Trade and Investment

How to reconnect South Asia through trade

Piyush Bagaria
Coordinator, Indian Institute of Management
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This article was originally published on The World Bank’s End Poverty in South Asia blog. Publication does not imply endorsement of views by the World Economic Forum.

South Asia can now reap the benefits of greater regional integration it once enjoyed before its partition into various countries. But first, the region must break down the barriers that impede its intra-regional trade.

In 2010, the 16th South Asian Association for Regional Cooperation (SAARC) Summit in Thimphu called for greater regional integration to make the period 2010-2020 the ‘decade of intra-regional connectivity.’

In a similar vein, the South Asia Economic Conclave 2015 highlighted that intra-regional trade could potentially reach 25 percent of the total trade conducted by South Asian countries. Currently, this number has stagnated to a low 5 percent.

In this context, the development of inland water-ways should become a priority for the region.

India is home to 15,000 kilometers of navigable inland waterways. However, these represent a paltry 3 percent of the country’s total transport. In China, this number is 47 percent.

Trade along river banks must be rejuvenated to ensure that local populations become important stakeholders in maintaining the health of the river-ecosystem. Use of waterways significantly reduce the cost of transportation and curb carbon emissions (estimates suggest up to 80%). Countries like Bangladesh, Nepal and Bhutan can be India’s natural partners in making this endeavor a success.

On road connectivity, a multi-pronged approach is necessary. Good quality intra-regional roads, integrated and modern IT-enabled check posts, cargo handling and storage infrastructure, facilities for drivers and related personnel must be beefed-up.The Bangladesh, Bhutan, India and Nepal (BBIN) Motor Vehicle Agreement aims to provide seamless movement of people and goods across borders. Over time, it can be expanded to include other countries in South Asia. This will significantly bring down the costs incurred by the logistics industry. Opening more border marketplaces (haats) will benefit small and medium industries in these regions.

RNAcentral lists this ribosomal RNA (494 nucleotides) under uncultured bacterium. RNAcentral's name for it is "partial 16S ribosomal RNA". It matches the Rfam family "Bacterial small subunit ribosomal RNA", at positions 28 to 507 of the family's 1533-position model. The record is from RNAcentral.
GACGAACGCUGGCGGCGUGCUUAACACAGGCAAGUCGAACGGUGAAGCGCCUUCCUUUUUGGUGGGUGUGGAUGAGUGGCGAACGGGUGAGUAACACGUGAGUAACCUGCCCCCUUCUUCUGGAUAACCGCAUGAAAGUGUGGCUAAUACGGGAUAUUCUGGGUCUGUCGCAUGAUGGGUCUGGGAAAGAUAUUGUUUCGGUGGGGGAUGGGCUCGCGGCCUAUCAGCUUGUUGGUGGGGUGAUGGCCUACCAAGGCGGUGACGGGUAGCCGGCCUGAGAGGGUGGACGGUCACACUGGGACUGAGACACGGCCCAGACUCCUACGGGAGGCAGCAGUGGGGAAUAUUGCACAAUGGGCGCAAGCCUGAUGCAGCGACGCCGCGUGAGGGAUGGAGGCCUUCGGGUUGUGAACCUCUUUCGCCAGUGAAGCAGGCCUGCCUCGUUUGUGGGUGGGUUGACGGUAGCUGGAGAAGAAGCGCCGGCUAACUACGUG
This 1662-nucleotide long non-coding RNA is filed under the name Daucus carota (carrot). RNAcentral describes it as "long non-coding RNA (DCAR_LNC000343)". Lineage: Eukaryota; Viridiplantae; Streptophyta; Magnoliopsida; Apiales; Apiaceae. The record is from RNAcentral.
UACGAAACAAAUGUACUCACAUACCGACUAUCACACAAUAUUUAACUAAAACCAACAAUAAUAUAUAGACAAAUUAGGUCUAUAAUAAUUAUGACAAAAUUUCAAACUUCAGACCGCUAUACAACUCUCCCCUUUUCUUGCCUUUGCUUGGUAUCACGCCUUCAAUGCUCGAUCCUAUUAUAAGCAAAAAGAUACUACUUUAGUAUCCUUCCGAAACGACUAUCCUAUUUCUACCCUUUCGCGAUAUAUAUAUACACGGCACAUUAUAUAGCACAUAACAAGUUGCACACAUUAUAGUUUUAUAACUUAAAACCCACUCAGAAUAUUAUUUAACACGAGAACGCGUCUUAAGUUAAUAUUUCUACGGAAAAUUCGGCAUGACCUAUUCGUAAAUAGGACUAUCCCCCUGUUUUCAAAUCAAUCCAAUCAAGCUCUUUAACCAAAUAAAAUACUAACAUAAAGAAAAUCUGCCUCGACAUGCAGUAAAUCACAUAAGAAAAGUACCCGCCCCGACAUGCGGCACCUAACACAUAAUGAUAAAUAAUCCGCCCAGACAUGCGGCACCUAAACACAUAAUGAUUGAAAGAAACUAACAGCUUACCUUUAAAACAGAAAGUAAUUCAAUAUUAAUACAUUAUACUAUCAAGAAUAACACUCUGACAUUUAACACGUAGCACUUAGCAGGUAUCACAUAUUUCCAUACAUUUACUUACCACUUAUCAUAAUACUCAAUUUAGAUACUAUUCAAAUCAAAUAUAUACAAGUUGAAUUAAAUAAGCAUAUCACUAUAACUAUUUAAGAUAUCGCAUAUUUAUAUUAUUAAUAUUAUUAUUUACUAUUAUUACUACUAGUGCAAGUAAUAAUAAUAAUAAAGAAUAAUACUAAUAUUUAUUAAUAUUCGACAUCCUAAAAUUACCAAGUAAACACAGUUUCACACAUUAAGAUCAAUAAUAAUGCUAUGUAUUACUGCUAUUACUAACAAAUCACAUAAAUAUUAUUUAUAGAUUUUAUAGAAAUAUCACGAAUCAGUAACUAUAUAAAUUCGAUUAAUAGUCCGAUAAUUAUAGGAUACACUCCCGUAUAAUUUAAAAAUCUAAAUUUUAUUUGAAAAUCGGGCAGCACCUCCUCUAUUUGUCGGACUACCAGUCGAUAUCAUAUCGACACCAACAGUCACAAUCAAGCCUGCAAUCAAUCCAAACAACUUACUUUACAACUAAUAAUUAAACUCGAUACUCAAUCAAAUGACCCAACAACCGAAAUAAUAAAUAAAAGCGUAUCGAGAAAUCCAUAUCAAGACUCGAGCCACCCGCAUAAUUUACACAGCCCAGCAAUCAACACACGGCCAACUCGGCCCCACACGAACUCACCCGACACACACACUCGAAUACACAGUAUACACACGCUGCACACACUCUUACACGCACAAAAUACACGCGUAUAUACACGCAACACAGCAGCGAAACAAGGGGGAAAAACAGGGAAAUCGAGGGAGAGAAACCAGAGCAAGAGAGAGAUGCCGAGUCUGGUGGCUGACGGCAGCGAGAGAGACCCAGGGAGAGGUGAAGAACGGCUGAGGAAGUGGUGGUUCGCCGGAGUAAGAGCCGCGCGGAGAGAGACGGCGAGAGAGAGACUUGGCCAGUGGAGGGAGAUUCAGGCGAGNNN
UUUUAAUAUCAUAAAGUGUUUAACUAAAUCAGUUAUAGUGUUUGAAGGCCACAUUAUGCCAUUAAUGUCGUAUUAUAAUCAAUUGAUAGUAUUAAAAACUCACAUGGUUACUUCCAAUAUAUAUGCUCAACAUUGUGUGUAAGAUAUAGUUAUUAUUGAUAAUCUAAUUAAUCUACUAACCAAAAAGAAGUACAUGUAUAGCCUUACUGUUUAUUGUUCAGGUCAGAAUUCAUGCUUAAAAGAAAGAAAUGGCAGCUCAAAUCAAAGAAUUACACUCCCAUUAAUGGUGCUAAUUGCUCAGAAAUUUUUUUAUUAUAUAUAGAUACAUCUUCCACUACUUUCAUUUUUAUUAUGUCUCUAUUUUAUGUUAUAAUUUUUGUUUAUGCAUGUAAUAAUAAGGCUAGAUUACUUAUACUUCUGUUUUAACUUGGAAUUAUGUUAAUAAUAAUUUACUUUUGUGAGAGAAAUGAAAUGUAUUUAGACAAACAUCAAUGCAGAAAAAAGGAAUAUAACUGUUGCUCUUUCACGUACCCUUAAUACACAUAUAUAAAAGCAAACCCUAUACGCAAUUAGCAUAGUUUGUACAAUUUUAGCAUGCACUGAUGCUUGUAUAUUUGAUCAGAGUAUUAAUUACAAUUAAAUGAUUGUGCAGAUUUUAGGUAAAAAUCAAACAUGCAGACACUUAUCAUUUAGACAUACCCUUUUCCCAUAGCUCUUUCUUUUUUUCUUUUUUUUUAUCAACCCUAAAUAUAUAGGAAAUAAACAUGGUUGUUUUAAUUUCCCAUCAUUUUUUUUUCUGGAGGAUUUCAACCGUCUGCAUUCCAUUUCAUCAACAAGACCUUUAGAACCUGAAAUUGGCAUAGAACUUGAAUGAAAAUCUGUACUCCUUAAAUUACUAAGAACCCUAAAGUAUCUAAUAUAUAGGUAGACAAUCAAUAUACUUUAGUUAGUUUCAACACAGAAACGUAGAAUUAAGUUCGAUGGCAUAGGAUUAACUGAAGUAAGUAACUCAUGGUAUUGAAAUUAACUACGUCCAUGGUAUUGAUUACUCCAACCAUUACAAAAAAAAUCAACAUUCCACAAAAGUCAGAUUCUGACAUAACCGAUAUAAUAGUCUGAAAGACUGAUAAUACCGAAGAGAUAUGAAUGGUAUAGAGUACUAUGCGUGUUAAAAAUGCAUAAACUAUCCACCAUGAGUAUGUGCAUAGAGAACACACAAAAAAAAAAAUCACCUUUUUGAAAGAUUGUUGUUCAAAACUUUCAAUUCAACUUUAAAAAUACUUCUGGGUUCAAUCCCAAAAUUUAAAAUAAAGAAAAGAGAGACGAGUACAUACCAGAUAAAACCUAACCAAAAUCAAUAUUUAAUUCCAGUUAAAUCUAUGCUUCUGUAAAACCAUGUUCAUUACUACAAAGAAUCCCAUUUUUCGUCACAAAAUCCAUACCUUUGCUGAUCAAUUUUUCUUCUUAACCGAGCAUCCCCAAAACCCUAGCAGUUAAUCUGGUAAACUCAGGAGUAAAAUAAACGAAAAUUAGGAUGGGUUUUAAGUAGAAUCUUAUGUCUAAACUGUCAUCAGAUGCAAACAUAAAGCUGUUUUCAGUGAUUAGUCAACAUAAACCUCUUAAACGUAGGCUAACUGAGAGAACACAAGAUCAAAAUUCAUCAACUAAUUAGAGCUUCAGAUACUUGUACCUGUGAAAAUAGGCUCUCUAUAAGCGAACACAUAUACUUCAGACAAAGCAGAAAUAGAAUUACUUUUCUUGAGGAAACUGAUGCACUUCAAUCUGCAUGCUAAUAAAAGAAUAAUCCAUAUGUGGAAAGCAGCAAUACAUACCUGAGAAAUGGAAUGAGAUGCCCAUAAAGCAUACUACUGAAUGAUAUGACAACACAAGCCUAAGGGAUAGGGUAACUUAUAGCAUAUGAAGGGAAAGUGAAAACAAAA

The World Bank is currently studying haats already in operation along the India-Bangladesh frontier to explore options to scale-up these activities.

A logistics regulator serving all countries in South Asia can be established with the help of governments and Chambers of Commerce to vet the consignments being traded. It will build trust in the trading community and help address issues of high trade-related insurance costs, inconsistent categorization of goods across countries, settlement of disputes, and tariff barriers.

This blog is part of the series South Asia Youth Voices on regional integration. The views expressed are those of the authors.

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Author: Prasad Thakur is the Secretary, Forum for Industry Interaction, and a member of the Students’ Affairs Council at Indian Institute of Management Ahmedabad. Piyush Bagaria is the Coordinator, Students’ Placement Committee at the Indian Institute of Management Ahmedabad.

Image: Traffic in New Delhi October 2014. REUTERS.

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The views expressed in this article are those of the author alone and not the World Economic Forum.

Related topics:
Trade and InvestmentSupply Chains and TransportationGlobal CooperationEconomic Growth
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